Chapman River visitors urged to clean up mess after bird tangled in fishing line dies
Volunteers dedicated to preserving Geraldton’s flora and fauna are urging people to dispose of their fishing equipment thoughtfully after a bird was found in a tangled mass of hooks and line.
Every week, the Chapman River Friends group scours the Chapman River Estuary for potential hazards to wildlife and visitors.
Group co-ordinator Virginie Fuhrnamm recently took a little black cormorant to the vet after it was found caught in fishing line, but the bird could not be saved.
This is the second cormorant known to have died after becoming tangled this year, with Ms Fuhrnamm saying it did not take much to prevent these deaths.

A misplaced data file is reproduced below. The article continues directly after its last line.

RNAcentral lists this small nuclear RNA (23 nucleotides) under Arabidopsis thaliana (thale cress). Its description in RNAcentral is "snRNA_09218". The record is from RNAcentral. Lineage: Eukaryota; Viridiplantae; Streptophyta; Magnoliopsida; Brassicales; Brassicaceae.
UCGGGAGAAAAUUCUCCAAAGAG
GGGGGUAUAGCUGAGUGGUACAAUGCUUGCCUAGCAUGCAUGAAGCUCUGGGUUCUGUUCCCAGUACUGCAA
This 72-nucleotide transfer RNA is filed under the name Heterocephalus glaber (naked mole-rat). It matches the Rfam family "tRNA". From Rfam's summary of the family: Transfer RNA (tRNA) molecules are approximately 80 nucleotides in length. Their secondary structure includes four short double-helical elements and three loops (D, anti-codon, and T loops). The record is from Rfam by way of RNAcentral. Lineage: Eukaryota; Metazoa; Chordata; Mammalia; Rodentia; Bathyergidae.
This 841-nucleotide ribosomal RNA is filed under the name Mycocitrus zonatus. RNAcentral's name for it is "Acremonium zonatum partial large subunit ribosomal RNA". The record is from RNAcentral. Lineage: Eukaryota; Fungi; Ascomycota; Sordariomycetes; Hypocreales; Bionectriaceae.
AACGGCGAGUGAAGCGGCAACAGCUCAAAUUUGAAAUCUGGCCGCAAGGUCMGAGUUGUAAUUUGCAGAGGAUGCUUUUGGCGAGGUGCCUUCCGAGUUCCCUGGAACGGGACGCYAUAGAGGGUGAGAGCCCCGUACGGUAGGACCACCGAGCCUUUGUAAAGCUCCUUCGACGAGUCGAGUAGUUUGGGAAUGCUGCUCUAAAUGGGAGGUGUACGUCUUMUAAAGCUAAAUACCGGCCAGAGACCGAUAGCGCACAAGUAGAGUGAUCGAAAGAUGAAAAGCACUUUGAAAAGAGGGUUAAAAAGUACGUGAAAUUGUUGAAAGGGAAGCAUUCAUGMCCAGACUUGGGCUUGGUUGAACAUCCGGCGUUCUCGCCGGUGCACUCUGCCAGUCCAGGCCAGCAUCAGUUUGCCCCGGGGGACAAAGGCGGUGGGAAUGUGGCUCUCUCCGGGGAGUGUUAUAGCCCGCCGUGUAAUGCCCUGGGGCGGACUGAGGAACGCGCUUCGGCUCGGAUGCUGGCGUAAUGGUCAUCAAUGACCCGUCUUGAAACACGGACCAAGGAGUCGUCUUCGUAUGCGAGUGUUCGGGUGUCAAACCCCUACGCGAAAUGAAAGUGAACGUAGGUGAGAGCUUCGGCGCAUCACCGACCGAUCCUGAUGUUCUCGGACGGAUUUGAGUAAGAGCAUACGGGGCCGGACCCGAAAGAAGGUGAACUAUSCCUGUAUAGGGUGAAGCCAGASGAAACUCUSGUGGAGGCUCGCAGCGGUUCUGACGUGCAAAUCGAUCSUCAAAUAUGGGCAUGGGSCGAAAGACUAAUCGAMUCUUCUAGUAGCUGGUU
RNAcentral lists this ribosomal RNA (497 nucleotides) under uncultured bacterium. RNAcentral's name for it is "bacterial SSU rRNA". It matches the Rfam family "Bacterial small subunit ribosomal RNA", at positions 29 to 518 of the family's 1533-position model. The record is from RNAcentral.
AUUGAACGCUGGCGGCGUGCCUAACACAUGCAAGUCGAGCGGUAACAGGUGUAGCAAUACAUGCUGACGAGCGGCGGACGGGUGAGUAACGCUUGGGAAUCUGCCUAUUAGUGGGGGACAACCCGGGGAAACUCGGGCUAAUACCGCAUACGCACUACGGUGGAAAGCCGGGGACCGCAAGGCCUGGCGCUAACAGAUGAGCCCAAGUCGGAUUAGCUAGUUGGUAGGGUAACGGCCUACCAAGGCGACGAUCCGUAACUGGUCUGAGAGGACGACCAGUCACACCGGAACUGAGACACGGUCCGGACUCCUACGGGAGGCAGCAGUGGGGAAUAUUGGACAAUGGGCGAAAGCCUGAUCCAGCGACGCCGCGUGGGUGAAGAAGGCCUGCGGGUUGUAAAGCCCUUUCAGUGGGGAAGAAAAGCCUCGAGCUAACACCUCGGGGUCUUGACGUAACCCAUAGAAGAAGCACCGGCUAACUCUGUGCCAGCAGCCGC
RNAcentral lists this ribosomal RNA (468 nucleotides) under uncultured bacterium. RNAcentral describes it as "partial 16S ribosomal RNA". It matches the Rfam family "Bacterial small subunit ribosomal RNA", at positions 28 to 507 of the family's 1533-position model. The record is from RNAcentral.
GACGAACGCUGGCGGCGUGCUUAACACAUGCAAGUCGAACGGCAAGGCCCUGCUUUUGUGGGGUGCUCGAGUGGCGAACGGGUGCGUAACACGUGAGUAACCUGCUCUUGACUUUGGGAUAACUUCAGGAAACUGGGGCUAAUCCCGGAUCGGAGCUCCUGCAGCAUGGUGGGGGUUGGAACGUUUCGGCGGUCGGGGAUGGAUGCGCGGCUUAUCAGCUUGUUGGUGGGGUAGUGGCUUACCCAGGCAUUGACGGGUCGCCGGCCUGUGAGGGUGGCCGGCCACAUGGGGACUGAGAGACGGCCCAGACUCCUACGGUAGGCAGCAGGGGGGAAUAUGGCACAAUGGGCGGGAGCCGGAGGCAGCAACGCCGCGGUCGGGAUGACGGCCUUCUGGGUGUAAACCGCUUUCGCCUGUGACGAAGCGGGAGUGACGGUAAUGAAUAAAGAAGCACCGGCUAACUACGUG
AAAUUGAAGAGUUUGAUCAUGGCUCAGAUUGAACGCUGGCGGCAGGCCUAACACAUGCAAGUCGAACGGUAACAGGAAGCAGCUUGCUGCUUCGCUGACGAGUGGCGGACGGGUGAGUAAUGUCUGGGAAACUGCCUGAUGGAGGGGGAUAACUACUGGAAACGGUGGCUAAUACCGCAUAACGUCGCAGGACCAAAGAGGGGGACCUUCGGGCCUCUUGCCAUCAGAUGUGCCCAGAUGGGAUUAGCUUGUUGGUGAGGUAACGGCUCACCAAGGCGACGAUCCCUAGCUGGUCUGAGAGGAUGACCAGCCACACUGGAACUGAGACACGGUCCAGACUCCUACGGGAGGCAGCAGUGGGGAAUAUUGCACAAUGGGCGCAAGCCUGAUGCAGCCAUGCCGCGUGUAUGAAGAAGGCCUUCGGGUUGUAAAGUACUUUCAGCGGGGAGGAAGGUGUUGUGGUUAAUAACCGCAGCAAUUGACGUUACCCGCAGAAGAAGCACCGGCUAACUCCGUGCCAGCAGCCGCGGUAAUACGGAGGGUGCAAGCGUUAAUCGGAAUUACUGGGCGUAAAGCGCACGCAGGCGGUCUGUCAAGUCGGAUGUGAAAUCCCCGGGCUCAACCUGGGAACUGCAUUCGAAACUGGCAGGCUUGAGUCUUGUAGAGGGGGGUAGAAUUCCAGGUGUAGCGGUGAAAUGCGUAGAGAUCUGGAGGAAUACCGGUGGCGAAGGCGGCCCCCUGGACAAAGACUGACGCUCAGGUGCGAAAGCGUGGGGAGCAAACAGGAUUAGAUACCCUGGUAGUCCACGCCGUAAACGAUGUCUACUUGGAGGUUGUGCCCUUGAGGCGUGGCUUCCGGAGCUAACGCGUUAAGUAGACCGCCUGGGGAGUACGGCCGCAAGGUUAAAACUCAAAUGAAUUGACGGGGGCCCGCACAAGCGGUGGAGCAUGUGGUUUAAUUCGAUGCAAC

“The issue is some people fish and they stick their fishing lines in the trees and the branches, and they don’t clean the place when they leave the site,” she said.
“It is not a big thing to make sure when you fish you clean up your lines. I am sure it is a great hobby, but if you need to fish, make sure you don’t threaten the wildlife there.” Ms Fuhrnamm said the estuary was home to at least 30 species of birds and Chapman River Friends was passionate about introducing locals to the regional park.
“We are working closely with the City of Greater Geraldton to develop an awareness of the Chapman River Regional Park because we think it is just a jewel right in our city,” she said.
“We have planting days, clean-ups and we promote the park with free guided bushwalks every weekend from July-September.”
Get the latest news from thewest.com.au in your inbox.
Sign up for our emails